They have the address, from SITU via Sean, and it is the matter of moments to find it: Donald gives Martin a pair of gloves too, which he dons without comment. After a quick scan around to see if anyone is watching, he knocks at the door. He is half expecting Lovell to be out at work, but the door is answered, by a man who certainly looks like the one in the picture. He regards them questioningly, and Donald says with the biggest God-embracing grin he can force, ‘Hi there – would you like to confess your sins to Jehovah?’

‘Er, no thanks,’ says Lovell warily. ‘Are you Witnesses or something?’

‘No, we don’t like witnesses, that’s not the way we work,’ explains Donald, drawing his gun and pointing it at Lovell’s belly. ‘Perhaps you’d like to confess them to me then, Peter.’ He is still grinning.

‘What have I got to offer? Well, you’re a spook, or at least an ex-spook, so you know how things can turn on the smallest piece of information. Information I give you could turn out to be most useful to you. No guarantees of course, like there’s no guarantees that anything you may tell me will be useful to my colleagues or myself.’

‘Fair enough,’ Sarah nods.

‘You’re probably aware that we’ve been moving against Nefertiti for some time now. It looks like this may be coming to a head. You claim to not need our help and that may be so, but if you’re against her as you claim, then it could benefit both of us to talk.’

‘It certainly won’t do any harm. Assuming your organization is reasonably secure.’ She looks him up and down a little. ‘Or if you don’t let what I tell you spread very far within it.’

‘We use a small team structure,’ John reassures her. ‘For instance, here’s something: are you aware of the vehicle we recovered from Egypt during the summer? I never got to really check out its performance envelope, but it was an interesting flight. Nefertiti seems to be rather keen to get it back and we’re interested in why. It could be available for the right offer.’

Sarah suddenly looks very interested. ‘A ship? Of hers? Tell me more.’

John is a little surprised that this appears to be news to her. ‘As I say, we didn’t test it out, and it may not have been fully functional. But it’s some very interesting technology, and she’s certainly pretty keen to get it back.’

‘Excuse me, I need to make a quick call,’ says Sarah excitedly. She stands up and walks away a few paces, speaking quietly into a mobile phone, nodding. After a moment she returns. ‘And you’re in possession of the vessel? We’d be very interested in taking it off your hands. In return for our help, that is.’

John nods. ‘There seems to have been rather a lot of interest about the Aquila constellation. Maybe we’re going to be getting some visitors that have to be met or stopped?’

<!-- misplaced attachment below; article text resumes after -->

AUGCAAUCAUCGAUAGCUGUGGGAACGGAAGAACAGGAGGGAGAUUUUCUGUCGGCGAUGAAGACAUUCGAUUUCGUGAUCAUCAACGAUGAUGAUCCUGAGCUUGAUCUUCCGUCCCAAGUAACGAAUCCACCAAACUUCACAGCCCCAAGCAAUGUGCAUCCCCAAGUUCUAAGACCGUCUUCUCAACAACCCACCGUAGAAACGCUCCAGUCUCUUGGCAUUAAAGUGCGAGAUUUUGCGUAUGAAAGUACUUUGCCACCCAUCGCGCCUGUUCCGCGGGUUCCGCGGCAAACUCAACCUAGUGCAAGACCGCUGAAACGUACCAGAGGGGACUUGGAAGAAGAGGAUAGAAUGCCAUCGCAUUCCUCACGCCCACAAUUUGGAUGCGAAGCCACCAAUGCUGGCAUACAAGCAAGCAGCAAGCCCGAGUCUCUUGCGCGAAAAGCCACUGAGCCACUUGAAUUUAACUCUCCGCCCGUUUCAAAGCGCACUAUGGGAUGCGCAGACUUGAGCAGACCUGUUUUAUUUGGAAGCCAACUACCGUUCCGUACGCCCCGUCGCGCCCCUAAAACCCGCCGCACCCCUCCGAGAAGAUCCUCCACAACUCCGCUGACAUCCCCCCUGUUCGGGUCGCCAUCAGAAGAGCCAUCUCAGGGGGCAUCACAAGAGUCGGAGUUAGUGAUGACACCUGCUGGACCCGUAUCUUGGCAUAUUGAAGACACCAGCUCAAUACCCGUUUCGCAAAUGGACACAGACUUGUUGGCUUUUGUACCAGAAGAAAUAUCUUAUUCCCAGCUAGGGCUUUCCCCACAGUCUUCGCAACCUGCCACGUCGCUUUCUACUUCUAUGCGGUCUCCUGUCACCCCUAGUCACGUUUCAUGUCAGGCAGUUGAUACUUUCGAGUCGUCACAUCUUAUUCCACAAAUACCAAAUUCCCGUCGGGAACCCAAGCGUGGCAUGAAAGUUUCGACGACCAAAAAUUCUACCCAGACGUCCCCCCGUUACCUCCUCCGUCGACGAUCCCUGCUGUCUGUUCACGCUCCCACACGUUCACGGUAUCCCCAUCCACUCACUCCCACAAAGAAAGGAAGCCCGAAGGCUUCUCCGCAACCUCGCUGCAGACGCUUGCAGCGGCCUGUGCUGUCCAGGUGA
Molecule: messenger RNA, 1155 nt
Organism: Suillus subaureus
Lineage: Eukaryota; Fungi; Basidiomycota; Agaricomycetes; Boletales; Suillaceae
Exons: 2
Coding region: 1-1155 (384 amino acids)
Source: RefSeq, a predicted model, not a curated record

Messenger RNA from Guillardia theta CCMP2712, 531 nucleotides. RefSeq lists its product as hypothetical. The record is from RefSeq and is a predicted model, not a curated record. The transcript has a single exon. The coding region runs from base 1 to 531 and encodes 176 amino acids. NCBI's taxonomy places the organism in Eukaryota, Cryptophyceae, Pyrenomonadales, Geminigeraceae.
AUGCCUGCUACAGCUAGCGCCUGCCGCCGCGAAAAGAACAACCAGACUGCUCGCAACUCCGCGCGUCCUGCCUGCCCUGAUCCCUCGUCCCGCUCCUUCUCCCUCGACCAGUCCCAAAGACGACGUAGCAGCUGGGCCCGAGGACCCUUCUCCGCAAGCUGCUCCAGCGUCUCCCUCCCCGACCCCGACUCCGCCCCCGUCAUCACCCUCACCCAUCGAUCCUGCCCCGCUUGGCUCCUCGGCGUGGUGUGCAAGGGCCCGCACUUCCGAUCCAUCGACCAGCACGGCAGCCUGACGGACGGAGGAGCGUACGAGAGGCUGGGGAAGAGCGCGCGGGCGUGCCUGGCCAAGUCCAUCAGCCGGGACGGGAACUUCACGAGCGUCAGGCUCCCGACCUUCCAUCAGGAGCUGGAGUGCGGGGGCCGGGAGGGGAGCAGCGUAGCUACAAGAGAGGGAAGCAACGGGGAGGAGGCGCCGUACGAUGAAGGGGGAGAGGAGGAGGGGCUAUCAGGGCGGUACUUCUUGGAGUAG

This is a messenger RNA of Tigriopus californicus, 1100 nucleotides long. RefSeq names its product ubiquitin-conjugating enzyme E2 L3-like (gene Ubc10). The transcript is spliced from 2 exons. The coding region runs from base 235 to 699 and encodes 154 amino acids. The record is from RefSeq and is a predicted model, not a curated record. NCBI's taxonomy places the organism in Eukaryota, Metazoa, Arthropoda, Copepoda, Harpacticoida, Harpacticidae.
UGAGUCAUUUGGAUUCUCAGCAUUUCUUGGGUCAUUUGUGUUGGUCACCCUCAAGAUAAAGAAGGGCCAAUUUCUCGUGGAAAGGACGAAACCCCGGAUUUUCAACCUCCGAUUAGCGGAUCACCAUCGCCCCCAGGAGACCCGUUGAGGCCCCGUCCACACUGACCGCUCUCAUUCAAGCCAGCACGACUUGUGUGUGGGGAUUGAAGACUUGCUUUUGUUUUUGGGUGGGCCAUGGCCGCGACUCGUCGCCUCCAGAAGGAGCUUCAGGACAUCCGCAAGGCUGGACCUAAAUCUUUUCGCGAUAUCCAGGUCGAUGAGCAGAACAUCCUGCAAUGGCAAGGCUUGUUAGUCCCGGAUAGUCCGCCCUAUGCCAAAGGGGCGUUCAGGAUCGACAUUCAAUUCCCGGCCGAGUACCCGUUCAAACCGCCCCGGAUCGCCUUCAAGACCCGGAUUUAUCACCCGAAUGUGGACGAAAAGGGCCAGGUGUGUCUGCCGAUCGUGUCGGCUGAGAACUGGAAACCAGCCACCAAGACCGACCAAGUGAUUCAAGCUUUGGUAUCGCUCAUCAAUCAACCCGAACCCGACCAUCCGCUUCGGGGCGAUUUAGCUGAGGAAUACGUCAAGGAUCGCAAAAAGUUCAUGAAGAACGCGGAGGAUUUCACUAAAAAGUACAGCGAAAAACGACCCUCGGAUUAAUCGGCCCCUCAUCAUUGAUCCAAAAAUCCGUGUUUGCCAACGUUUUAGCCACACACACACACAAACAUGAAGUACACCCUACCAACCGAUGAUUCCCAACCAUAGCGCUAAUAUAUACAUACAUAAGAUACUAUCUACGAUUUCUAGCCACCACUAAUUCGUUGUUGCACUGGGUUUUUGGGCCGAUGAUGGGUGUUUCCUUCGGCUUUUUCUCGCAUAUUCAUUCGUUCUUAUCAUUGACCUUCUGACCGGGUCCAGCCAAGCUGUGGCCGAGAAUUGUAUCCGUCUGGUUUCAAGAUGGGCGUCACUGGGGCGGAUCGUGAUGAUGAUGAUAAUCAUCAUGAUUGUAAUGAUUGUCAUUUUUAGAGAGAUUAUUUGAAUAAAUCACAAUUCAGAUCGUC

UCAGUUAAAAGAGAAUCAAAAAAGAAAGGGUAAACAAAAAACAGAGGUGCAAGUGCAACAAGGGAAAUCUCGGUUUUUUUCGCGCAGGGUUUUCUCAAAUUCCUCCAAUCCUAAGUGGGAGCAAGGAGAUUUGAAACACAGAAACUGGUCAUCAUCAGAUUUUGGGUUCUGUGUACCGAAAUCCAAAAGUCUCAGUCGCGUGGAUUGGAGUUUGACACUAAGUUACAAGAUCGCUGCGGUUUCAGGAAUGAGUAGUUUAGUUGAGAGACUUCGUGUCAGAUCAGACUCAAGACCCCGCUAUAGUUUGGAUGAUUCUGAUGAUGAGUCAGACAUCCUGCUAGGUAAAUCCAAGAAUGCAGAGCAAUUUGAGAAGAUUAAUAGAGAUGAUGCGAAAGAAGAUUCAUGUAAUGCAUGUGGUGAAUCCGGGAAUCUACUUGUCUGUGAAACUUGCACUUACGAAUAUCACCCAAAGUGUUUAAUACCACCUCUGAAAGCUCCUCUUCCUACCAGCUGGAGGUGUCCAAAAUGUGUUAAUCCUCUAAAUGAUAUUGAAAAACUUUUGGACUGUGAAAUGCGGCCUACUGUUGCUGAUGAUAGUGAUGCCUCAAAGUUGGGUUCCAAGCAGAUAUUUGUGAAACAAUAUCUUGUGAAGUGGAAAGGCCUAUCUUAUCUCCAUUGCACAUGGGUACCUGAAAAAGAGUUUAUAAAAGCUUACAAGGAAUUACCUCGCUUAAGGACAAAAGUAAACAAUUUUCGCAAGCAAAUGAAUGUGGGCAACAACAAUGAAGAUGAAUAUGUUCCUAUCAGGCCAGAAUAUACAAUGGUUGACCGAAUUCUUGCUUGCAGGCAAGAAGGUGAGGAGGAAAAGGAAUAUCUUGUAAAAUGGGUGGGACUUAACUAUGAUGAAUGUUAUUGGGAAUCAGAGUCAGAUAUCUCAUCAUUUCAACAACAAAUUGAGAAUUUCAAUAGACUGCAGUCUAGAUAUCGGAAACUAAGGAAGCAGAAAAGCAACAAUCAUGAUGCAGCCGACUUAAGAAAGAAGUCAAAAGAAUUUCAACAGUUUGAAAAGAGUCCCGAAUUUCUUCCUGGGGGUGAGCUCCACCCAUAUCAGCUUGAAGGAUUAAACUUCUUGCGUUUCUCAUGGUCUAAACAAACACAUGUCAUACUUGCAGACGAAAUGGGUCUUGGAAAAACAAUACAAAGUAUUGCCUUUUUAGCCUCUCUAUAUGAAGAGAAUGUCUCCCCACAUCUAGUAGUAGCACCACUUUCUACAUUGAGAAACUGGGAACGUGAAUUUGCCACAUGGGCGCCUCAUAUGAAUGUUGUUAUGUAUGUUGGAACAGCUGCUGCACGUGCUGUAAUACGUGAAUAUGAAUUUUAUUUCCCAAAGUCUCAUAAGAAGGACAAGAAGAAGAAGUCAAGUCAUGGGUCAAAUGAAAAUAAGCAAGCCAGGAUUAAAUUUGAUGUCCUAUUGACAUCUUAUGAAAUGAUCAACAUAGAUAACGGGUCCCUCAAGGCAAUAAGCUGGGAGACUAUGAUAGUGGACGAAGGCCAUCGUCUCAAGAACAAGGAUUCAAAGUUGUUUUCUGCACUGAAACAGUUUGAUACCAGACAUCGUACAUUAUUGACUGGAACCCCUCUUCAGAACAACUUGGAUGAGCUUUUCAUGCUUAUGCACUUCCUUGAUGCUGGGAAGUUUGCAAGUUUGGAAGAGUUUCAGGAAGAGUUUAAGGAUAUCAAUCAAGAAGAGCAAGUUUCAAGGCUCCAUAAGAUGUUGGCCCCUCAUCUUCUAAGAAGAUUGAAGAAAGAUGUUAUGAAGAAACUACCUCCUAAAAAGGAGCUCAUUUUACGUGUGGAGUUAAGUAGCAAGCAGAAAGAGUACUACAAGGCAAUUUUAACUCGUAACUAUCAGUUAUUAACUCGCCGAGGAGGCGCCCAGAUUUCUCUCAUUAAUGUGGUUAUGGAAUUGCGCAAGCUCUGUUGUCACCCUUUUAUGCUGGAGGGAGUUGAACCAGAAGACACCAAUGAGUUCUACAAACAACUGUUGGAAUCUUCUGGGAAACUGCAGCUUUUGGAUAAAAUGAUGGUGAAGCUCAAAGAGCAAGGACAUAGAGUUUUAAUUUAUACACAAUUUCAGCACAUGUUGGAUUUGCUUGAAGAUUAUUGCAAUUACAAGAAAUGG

Her expression becomes rather guarded. ‘If there are, they won’t be coming from there, that’s for sure. But yes, in return for that ship, we’ll help you all you like with Nefertiti. It’ll be a pleasure.’ She smiles sharply.

‘On a final note, there are a number of us in the group that are not entirely happy with the way things have been directed up to now. It hasn’t quite got to the stage of an outright split, but it’s not far off. Some of us are not happy with our resident aliens and could be looking to shift loyalties elsewhere.’

‘OK, I read you. We’re always on the lookout for good recruits. But you should understand a few things about my principal first. He’s not like Nefertiti and those others, always bickering and trying to lord it over humans. He has his own special interest area, and he sticks to it. Most of the time we just ignore what the others are up to, and what SITU’s up to: it doesn’t affect us. If you, or anyone else, wants to join us, you have to be prepared to put everyday human affairs behind you, to not be worried about what’s happening to your friends, your family and so on, in the short term. The Watcher is playing a much bigger game than that.

‘OK, OK! No bloody sense of humour the police.’ Rupert’s initial sally has been met unfavourably. ‘I wish to make a complaint of police brutality against Inspector Seymour, at Bow Street police station on the afternoon and evening of Tuesday 19th December. He hit me across the ear, where I was already damaged. It’s very straightforward. Constable Harris witnessed it, and even complained to Seymour. It’s all on tape.’

The desk officer at the other end takes down Rupert’s details without excitement or surprise.

‘I want this complaint thoroughly investigated by the Police Complaints Commission!’ exclaims Rupert.

‘Don’t worry, sir, it will be.’ She gives him a reference number.